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Healthy Fat Key to Reversing Type 2 Diabetes

January 29, 2015 7:00 am | by Walter and Eliza Hall Institute | News | Comments

Preventing inflammation in obese fat tissue may hold the key to preventing or even “reversing” type 2 diabetes, new research shows. Scientists have found they could reverse type 2 diabetes in laboratory models by dampening the inflammatory response in fat tissue.

Did Genes Linked to Health Problems Once Hold Benefits?

January 29, 2015 7:00 am | by Univ. at Buffalo | News | Comments

Psoriasis, a chronic skin condition, can cause rashes that itch and sting. So why would a...

NFL Players Who Started as Kids at Risk for Memory Problems

January 29, 2015 7:00 am | by American Academy of Neurology | News | Comments

A study compared former National Football League (NFL) players who started football at age 12 or...

Oxytocin May Help Social Skills in Autistic Mice

January 28, 2015 3:00 pm | by UCLA | News | Comments

People with autism spectrum disorders have difficulty with social behavior and communication,...

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Beer Compound May Fight Alzheimer's, Parkinson's

January 28, 2015 3:00 pm | by ACS | News | Comments

The health-promoting perks of wine have attracted the spotlight recently, leaving beer in the shadows. But, a compound in hops, which is an ingredient in beer, could help protect brain cells from damage.

Glasses Go Dark on Command

January 28, 2015 3:00 pm | by ACS | News | Comments

Imagine eyeglasses that can go quickly from clear to shaded and back again when you want them to, rather than passively in response to changes in light. Scientists are reporting a major step toward that goal, which could benefit pilots, security guards and others who need such control.

Global Vaccination Program Promised $7.5 B

January 28, 2015 3:00 pm | by Associated Press | News | Comments

Governments and private donors, among them the Bill and Melinda Gates Foundation, have pledged a record $7.5 billion to replenish a global vaccination program. Gavi is the international organization for a global vaccine alliance bringing together public and private sectors with the goal of creating access to new vaccines for children living in the world’s poorest countries.

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Culture Impacts Creativity

January 28, 2015 7:00 am | by Concordia Univ. | News | Comments

With the “creative class” on the rise, many businesses are trying to capitalize on imagination and innovation. But when it comes to creative juices, some societies have a faster flow than others. That’s because, new research suggests, creativity is tied to culture.

Neuroscientists: Quit Smoking Gradually

January 28, 2015 7:00 am | by Univ. of Copenhagen | News | Comments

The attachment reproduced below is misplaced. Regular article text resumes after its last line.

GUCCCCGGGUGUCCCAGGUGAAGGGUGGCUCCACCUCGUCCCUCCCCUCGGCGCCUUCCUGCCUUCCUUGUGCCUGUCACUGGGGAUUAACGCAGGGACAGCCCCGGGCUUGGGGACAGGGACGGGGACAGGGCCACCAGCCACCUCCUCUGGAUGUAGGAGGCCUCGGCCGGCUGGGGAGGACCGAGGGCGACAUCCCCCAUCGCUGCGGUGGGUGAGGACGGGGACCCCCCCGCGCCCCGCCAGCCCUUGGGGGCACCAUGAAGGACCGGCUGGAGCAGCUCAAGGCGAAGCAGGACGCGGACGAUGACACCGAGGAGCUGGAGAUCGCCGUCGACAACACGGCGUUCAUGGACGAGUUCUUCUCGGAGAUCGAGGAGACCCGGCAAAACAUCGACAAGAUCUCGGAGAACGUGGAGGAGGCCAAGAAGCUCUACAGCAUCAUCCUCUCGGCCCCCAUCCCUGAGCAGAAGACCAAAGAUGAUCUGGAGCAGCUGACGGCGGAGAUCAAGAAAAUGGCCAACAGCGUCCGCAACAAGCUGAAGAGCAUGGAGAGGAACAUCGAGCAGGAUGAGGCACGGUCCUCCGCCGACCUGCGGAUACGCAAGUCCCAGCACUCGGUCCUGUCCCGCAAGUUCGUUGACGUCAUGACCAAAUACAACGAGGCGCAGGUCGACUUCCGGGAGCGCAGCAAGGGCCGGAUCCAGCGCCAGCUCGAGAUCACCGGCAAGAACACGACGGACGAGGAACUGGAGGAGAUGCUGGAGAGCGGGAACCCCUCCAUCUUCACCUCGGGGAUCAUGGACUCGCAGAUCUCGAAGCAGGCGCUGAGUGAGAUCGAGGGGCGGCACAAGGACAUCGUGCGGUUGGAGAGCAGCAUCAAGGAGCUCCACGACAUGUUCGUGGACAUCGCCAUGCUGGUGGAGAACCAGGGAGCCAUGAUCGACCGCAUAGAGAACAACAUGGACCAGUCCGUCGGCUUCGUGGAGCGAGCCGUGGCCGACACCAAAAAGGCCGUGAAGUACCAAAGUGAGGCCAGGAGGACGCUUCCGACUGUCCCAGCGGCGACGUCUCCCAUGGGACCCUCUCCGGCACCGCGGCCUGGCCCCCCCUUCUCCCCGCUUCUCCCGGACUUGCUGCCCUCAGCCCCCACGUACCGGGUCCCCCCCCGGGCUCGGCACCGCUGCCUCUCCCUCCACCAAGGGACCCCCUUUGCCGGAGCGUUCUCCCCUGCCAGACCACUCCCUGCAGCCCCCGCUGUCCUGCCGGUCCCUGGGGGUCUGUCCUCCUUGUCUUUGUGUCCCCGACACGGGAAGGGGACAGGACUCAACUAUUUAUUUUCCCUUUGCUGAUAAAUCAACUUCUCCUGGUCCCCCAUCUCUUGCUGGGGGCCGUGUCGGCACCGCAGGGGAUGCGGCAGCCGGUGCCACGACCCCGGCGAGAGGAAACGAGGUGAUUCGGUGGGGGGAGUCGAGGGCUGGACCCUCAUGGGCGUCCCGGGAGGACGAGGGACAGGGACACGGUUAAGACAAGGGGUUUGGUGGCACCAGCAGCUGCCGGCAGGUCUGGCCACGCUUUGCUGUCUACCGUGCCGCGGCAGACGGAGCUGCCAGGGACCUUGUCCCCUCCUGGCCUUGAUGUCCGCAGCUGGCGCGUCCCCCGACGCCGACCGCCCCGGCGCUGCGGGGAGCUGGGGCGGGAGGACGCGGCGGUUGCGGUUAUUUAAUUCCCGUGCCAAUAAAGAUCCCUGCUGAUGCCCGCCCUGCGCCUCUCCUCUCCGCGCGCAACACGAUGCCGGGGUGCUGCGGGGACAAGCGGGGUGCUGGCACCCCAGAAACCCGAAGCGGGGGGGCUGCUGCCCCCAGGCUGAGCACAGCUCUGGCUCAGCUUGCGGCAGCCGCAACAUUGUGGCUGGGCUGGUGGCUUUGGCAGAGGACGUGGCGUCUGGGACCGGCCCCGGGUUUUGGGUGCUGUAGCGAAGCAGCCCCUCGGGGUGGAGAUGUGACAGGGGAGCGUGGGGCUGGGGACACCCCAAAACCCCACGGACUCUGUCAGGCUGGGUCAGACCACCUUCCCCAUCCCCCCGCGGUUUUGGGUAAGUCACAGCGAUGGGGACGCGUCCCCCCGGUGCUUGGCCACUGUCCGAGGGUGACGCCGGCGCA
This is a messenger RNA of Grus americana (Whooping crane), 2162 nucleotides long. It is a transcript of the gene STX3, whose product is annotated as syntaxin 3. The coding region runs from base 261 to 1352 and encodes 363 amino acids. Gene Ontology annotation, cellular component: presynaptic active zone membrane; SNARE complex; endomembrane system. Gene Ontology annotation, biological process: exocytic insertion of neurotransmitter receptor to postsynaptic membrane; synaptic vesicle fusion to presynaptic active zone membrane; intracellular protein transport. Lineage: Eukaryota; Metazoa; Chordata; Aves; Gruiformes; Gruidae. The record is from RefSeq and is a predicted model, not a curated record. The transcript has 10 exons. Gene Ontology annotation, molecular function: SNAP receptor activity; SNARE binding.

Researchers have studied the immediate reaction in the brain after quitting smoking. At just 12 hours after kicking the habit, the oxygen uptake and blood flow in the brain decrease significantly compared to never-smokers. This could explain why it is so difficult to say goodbye to nicotine once and for all.

Drug Candidates May Halt Parkinson's Patients' Decline

January 27, 2015 3:00 pm | by The Scripps Research Institute | News | Comments

In a pair of related studies, scientists have shown their drug candidates can target biological pathways involved in the destruction of brain cells in Parkinson's disease. The studies suggest it is possible to design highly effective and highly selective drug candidates that can protect the function of mitochondria, which provide the cell with energy, ultimately preventing brain cell death.

Obama: More Money Needed to Fight Antibiotic-resistant Germs

January 27, 2015 3:00 pm | by Associated Press, Nedra Pickler | News | Comments

President Barack Obama wants the U.S. to invest much more in fighting antibiotic-resistant germs to prevent re-emergence of diseases conquered long ago. The White House says Obama will ask Congress to nearly double its funding to fight antibiotic resistance to $1.2 billion.

Stem Cells Can Induce Human Hair Growth

January 27, 2015 3:00 pm | by Sanford-Burnham Medical Research Institute | News | Comments

In a study, researchers have used human pluripotent stem cells to generate new hair. The study represents the first step toward the development of a cell-based treatment for people with hair loss.

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Cancer Hijacks Healthy Cells

January 27, 2015 7:00 am | by Rice Univ. | News | Comments

Cancer uses a little-understood element of cell signaling to hijack the communication process and spread. A new computational study shows how cancer cells take advantage of the system by which cells communicate with their neighbors as they pass messages to “be like me” or “be not like me.”

Customized Printed Tissue Combines with Patient’s

January 27, 2015 7:00 am | by The Society of Thoracic Surgeons | News | Comments

The trachea is a tube that connects the upper respiratory tract to the lungs and helps carry air to the lungs. Traditional treatments for tracheal diseases usually involve removal of the affected tracheal segment. However, 3-D printing can effectively create a biodegradable tracheal segment containing a patient’s own cells for use in complex tracheal reconstruction.

Surgeon Performs Brain Surgery Through Eyelid

January 27, 2015 7:00 am | by Associated Press, Lauran Neergaard | News | Comments

Doctor after doctor said removing the tumor causing Pamela Scott's unrelenting headaches would require cutting open the top of her skull and pushing aside her brain. Then one offered a startling shortcut— operating through her eyelid. The idea: make a small incision right in the crease and sneak past the eyeball into the hard-to-reach center of the head.